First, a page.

It turned out that we inadvertently forgot to revoke a minting role on an L1 account. That role allowed a specific Snook core-team user to mint $SNKs. That meant we could write a new Vesting Contract all shiny and impregnable; burn the old one (with the 36.67M $SNKs — but they were not yet in circulation anyway); mint ~36.67M new $SNKs that would be distributed by the new Vesting Contract. It’s kinda like that one liner by the philosopher and comedian Steven Wright: “Last night somebody broke into my apartment and replaced everything with exact duplicates.”
While writing this the thought had occurred to me that we could have fixed the problem and not tell anyone. No one would know and it would plug the hole.
This would have been a lot easier, less embarrassing for us and for ConsenSys Diligence.
But that’s not us.
This reminds me of something I learned as a child. A Talmudic (old Hebrew Law) legal argument called Miggo. Miggo is Aramaic and means something close to “since”. The idea is that a claim used by a defendant should be accepted as true since if he was a liar, he could have made a different claim that would have been more beneficial for him. Sort of, if I was a liar, why would I use this lie when I could have used a much better lie.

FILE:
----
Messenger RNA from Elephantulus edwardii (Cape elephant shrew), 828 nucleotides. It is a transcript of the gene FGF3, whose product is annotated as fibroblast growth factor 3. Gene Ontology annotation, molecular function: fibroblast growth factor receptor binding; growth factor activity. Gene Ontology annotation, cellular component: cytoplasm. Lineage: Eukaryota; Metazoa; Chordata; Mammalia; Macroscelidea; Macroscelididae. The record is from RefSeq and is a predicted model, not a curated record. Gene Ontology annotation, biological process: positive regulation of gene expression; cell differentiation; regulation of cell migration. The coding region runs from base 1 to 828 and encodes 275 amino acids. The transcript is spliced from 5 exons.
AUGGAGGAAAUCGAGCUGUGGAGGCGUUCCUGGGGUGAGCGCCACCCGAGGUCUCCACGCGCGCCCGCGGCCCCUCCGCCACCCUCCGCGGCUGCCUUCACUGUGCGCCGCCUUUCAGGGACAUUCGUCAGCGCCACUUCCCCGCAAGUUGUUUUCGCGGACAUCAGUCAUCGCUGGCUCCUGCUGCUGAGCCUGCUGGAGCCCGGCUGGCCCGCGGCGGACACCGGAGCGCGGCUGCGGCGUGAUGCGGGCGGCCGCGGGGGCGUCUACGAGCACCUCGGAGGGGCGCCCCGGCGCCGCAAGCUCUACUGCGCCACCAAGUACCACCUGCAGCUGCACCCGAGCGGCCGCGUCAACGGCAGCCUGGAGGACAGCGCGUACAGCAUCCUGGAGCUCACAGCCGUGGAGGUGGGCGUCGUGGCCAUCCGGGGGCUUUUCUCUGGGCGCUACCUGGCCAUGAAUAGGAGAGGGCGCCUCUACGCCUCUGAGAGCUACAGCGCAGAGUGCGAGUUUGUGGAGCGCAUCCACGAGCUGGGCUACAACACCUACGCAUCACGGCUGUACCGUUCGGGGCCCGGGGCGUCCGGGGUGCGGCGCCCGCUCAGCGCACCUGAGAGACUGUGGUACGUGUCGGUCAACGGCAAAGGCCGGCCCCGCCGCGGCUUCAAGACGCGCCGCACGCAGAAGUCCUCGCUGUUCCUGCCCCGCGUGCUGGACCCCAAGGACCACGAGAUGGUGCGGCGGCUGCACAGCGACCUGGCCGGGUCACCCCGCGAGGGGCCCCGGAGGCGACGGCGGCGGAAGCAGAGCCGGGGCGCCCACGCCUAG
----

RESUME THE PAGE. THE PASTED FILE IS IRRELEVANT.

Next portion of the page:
Right from the onset of this rabbit-hole chain of events it was clear to us that we would publish everything.
And so, we have.
Epilogue — It’s the collaboration Stupid!
The past couple of weeks were trying. Not only as a time-sensitive problem-solving challenge, but also for us as a team.
We’ve learned a lot.
The first lesson may sound weird. Our first reaction was to be angry with ConsenSys. In retrospect that was wasteful and a bit unfair.
People make mistakes. We had put pressure on them to meet a tough deadline. However, they showed their true colors when despite our expectation for a push back, they did not abdicate and they took responsibility, working hand in hand with us to find a fix. Which they did. Not Us. They are pros and we are impressed with their command of the technology and diligence.
The second learning can be summed up with the wonderful words of wisdom by Miracle Max: “…you rush a miracle maybe you get a rotten miracle”
Remember — what we do, all of us in the crypto, NFT and Blockchain world is promote collaboration (not wasting time on pointing figures). That is the true meaning of these platforms and that is why they will change the world. Collaboration is not measured when everything is smooth. It is tested when things break down.
Shahar for the Snook Core Team